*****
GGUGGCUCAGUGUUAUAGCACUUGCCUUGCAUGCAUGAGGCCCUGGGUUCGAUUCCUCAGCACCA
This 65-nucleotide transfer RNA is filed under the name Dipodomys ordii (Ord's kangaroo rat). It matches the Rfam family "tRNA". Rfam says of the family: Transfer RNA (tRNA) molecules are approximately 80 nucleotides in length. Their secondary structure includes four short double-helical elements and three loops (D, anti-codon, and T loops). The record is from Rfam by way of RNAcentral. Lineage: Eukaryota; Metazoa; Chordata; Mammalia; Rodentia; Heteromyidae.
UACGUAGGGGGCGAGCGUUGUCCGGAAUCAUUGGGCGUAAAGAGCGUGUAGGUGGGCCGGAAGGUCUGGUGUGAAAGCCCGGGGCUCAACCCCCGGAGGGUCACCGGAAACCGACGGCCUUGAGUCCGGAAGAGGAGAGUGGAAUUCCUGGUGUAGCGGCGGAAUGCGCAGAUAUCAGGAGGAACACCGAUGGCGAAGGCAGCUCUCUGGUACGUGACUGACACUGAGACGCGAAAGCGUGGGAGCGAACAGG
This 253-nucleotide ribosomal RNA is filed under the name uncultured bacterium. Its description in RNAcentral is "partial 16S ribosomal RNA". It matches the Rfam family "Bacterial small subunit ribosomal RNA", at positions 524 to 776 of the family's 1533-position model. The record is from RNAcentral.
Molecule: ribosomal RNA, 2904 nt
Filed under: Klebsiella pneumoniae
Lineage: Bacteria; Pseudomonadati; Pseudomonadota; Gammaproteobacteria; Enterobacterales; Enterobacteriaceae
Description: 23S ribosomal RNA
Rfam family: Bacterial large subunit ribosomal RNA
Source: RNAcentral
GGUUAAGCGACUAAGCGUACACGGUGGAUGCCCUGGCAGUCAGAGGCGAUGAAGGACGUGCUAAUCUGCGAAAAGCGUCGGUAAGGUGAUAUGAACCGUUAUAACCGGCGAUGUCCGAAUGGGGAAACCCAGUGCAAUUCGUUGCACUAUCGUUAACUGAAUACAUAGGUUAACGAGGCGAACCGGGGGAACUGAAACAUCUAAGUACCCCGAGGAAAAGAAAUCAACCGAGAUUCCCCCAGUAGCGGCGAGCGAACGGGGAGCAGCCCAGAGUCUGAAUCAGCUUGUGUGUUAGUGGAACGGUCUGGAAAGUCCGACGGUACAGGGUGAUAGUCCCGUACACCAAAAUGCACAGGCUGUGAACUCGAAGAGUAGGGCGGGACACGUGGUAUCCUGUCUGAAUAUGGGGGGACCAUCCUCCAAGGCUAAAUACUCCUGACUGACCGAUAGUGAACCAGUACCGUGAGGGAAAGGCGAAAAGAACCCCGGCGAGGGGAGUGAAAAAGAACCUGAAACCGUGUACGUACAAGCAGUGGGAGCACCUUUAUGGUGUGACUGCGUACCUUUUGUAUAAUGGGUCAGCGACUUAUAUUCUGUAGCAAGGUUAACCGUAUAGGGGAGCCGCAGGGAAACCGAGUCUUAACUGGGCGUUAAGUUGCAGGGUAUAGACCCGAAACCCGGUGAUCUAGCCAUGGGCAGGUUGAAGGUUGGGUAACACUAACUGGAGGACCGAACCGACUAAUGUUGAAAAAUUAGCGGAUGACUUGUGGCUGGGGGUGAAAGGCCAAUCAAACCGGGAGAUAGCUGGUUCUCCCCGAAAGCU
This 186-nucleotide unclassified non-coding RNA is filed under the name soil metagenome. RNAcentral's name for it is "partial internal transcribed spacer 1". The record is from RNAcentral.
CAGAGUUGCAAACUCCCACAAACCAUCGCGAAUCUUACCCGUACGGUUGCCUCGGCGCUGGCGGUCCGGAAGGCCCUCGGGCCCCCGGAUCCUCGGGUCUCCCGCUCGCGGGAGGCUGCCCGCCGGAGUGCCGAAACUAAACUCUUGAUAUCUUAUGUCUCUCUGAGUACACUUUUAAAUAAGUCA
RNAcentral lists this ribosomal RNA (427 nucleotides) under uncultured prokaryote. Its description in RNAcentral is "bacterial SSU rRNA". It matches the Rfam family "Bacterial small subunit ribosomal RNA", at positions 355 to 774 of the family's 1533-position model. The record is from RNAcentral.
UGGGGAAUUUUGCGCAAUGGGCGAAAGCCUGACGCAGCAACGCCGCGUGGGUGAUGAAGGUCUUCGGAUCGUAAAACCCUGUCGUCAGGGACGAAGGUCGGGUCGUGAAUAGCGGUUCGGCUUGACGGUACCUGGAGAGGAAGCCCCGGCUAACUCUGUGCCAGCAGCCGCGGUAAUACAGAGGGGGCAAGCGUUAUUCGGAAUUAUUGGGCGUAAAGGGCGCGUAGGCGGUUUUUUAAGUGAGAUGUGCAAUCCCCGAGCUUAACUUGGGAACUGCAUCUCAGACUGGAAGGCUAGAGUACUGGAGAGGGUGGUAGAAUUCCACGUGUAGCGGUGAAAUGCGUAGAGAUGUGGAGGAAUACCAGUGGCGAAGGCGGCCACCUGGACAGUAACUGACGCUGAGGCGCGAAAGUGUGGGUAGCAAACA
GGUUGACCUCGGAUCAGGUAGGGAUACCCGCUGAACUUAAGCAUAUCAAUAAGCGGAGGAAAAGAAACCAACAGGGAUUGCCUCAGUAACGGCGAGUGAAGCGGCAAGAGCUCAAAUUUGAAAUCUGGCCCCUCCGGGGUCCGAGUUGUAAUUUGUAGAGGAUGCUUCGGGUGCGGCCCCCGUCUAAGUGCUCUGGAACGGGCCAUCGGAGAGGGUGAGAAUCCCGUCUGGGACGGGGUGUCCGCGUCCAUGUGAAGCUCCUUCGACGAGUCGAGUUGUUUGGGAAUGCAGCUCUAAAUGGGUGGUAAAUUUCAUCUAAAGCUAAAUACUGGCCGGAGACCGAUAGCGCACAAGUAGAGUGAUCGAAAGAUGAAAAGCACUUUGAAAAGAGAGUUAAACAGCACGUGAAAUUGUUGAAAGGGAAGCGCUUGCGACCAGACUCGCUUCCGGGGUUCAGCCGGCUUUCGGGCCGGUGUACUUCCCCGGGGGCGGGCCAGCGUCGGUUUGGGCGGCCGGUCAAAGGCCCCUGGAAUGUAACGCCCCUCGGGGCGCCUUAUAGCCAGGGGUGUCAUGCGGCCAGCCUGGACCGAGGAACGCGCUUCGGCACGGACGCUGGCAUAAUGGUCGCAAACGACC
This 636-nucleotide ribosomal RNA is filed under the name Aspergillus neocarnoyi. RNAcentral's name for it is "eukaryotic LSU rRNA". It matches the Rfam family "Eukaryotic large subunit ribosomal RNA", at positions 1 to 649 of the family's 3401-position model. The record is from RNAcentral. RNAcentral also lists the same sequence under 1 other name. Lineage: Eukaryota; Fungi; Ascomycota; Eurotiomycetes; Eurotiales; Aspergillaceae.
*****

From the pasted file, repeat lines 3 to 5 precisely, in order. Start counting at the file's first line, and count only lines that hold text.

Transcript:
UACGUAGGGGGCGAGCGUUGUCCGGAAUCAUUGGGCGUAAAGAGCGUGUAGGUGGGCCGGAAGGUCUGGUGUGAAAGCCCGGGGCUCAACCCCCGGAGGGUCACCGGAAACCGACGGCCUUGAGUCCGGAAGAGGAGAGUGGAAUUCCUGGUGUAGCGGCGGAAUGCGCAGAUAUCAGGAGGAACACCGAUGGCGAAGGCAGCUCUCUGGUACGUGACUGACACUGAGACGCGAAAGCGUGGGAGCGAACAGG
This 253-nucleotide ribosomal RNA is filed under the name uncultured bacterium. Its description in RNAcentral is "partial 16S ribosomal RNA". It matches the Rfam family "Bacterial small subunit ribosomal RNA", at positions 524 to 776 of the family's 1533-position model. The record is from RNAcentral.
Molecule: ribosomal RNA, 2904 nt